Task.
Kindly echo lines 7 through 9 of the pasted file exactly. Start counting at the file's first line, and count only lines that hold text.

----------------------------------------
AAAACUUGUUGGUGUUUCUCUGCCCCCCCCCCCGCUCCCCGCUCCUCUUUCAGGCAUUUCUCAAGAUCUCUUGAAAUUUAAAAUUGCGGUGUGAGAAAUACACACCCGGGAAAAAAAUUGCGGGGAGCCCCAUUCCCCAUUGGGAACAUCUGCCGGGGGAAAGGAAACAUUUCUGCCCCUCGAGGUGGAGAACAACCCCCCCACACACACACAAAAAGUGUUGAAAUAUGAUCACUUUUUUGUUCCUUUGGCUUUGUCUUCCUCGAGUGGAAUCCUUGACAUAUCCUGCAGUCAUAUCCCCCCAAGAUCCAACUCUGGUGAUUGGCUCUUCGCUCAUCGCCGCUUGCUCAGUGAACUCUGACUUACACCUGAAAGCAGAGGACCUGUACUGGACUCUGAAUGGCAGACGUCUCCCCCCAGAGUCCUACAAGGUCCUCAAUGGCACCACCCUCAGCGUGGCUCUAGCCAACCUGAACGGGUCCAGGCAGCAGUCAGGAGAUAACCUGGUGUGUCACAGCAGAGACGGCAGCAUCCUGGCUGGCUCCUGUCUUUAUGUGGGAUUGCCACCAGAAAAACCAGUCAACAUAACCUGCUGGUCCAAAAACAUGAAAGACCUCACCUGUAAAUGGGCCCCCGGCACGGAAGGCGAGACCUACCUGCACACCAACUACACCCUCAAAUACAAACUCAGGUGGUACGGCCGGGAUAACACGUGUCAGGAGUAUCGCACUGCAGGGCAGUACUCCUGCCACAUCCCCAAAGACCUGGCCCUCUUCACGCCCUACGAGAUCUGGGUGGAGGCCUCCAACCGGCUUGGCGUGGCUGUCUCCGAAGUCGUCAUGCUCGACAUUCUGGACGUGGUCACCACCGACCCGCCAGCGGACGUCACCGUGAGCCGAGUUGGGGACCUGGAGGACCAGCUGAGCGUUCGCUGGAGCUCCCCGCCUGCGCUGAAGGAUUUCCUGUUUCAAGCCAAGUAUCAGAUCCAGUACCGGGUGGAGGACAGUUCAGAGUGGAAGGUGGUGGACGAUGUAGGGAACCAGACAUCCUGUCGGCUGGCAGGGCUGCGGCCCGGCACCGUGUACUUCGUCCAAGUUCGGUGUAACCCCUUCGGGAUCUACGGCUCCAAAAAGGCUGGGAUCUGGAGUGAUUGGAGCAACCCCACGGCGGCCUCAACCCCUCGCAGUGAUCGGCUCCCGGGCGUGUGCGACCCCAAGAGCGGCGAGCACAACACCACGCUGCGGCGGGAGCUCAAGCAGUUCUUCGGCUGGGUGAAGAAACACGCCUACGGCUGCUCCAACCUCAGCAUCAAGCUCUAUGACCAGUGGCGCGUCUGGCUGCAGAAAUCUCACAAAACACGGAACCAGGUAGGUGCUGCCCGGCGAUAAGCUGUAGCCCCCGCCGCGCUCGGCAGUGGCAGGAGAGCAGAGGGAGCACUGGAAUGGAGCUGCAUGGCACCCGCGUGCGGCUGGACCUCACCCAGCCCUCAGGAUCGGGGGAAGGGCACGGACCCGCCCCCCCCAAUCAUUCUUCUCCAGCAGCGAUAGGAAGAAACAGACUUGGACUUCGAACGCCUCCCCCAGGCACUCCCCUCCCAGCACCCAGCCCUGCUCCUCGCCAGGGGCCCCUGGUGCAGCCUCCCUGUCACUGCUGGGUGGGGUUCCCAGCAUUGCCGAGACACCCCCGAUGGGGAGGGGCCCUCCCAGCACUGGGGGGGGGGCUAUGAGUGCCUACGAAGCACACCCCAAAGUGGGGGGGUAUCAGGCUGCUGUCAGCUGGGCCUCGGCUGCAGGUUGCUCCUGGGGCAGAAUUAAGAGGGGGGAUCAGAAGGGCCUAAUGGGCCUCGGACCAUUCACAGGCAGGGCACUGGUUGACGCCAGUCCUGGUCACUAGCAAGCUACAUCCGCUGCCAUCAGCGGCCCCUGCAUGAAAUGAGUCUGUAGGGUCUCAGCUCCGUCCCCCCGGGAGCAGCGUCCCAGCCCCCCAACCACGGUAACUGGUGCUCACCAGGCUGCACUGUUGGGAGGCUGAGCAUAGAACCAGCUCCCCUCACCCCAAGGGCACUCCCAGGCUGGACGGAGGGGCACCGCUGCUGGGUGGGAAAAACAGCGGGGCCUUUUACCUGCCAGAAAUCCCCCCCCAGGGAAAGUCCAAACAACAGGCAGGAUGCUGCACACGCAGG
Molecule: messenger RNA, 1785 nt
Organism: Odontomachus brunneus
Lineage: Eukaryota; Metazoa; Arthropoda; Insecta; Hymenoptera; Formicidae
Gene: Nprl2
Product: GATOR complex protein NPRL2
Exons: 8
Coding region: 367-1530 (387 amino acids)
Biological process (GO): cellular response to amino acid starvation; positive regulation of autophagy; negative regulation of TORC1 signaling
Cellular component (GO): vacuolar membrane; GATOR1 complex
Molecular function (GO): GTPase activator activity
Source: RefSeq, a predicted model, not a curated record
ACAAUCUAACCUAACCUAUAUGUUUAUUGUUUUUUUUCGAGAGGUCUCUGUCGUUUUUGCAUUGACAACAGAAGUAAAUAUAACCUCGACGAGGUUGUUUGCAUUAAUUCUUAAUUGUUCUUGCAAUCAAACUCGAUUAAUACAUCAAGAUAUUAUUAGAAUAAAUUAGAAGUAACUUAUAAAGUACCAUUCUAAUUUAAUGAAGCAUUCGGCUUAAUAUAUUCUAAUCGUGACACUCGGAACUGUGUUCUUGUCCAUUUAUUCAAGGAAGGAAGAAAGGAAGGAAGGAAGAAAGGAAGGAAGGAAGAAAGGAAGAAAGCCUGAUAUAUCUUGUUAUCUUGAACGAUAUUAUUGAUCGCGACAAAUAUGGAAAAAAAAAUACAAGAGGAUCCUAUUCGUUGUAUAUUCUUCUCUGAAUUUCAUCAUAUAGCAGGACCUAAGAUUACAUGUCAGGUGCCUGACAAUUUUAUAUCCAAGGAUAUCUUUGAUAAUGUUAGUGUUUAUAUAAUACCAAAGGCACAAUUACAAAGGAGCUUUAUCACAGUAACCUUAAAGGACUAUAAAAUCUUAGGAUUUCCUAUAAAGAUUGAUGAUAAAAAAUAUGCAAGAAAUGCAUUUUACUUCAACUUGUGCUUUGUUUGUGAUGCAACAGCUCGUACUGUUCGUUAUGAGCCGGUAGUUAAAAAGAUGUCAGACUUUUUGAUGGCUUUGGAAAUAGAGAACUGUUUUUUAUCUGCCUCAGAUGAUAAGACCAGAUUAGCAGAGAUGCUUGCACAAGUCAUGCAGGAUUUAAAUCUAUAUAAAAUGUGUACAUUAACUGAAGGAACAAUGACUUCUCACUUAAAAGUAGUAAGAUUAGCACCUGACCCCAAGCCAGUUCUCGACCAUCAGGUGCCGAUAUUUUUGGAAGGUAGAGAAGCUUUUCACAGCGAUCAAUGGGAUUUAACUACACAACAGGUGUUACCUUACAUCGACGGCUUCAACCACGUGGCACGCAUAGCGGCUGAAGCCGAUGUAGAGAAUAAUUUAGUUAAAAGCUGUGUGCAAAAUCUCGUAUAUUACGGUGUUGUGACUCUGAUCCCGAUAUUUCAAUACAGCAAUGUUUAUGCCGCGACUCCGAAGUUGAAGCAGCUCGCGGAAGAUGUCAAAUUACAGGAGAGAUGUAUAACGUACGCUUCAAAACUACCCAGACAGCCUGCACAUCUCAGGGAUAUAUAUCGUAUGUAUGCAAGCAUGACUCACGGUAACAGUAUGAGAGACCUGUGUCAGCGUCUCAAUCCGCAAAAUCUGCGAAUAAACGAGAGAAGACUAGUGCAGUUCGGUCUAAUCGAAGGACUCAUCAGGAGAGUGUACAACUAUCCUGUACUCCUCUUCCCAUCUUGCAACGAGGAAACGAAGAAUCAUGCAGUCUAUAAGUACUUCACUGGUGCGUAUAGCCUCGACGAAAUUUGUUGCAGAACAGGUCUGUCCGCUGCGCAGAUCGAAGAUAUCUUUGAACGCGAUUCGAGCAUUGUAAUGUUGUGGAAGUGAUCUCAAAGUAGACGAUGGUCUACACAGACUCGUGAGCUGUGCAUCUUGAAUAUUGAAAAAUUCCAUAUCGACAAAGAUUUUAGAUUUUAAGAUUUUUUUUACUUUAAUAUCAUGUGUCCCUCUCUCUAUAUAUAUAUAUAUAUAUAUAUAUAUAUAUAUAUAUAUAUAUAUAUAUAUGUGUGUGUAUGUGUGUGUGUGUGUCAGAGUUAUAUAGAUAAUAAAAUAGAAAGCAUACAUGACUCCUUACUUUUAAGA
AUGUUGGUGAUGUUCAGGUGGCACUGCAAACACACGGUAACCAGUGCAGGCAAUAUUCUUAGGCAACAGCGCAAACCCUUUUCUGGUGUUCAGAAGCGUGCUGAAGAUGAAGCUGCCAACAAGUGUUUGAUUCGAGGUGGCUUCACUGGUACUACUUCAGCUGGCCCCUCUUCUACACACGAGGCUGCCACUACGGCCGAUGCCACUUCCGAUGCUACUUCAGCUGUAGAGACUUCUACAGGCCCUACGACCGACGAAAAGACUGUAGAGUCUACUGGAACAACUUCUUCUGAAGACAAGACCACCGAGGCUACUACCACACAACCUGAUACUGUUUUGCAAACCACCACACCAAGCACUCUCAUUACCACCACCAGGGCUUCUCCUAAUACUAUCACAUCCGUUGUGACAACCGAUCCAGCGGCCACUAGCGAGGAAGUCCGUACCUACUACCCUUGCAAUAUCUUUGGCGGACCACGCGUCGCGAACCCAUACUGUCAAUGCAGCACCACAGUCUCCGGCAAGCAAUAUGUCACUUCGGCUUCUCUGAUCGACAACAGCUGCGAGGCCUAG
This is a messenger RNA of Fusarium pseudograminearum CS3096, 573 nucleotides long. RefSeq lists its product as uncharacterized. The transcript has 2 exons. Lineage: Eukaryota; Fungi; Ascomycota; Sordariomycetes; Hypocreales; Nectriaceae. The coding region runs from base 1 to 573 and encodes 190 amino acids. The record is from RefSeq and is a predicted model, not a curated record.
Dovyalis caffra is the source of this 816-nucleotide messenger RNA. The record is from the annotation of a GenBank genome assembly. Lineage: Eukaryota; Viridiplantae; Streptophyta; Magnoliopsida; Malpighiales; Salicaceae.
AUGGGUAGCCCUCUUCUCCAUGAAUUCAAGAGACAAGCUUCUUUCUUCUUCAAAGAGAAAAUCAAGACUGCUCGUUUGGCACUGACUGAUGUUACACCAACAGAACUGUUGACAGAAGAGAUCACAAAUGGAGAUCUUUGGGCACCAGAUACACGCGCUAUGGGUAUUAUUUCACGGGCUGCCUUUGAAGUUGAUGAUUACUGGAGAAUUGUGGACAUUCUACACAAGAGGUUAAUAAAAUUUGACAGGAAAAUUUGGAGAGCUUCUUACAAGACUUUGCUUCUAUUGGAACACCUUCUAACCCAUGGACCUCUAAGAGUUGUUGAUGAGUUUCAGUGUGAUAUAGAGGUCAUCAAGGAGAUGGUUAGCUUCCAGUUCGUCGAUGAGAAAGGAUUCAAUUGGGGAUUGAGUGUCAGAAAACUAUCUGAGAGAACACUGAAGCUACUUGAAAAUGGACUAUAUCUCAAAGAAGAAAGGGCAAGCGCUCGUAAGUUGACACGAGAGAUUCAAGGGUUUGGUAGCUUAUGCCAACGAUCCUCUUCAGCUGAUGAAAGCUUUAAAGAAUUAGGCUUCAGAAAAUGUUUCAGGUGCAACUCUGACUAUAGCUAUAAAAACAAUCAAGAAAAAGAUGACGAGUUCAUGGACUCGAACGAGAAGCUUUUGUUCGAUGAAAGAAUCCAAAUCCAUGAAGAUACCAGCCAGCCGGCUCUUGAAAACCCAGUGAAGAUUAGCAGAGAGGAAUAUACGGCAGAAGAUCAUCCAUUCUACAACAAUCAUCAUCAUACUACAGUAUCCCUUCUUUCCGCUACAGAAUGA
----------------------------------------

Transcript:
Exons: 8
Coding region: 367-1530 (387 amino acids)
Biological process (GO): cellular response to amino acid starvation; positive regulation of autophagy; negative regulation of TORC1 signaling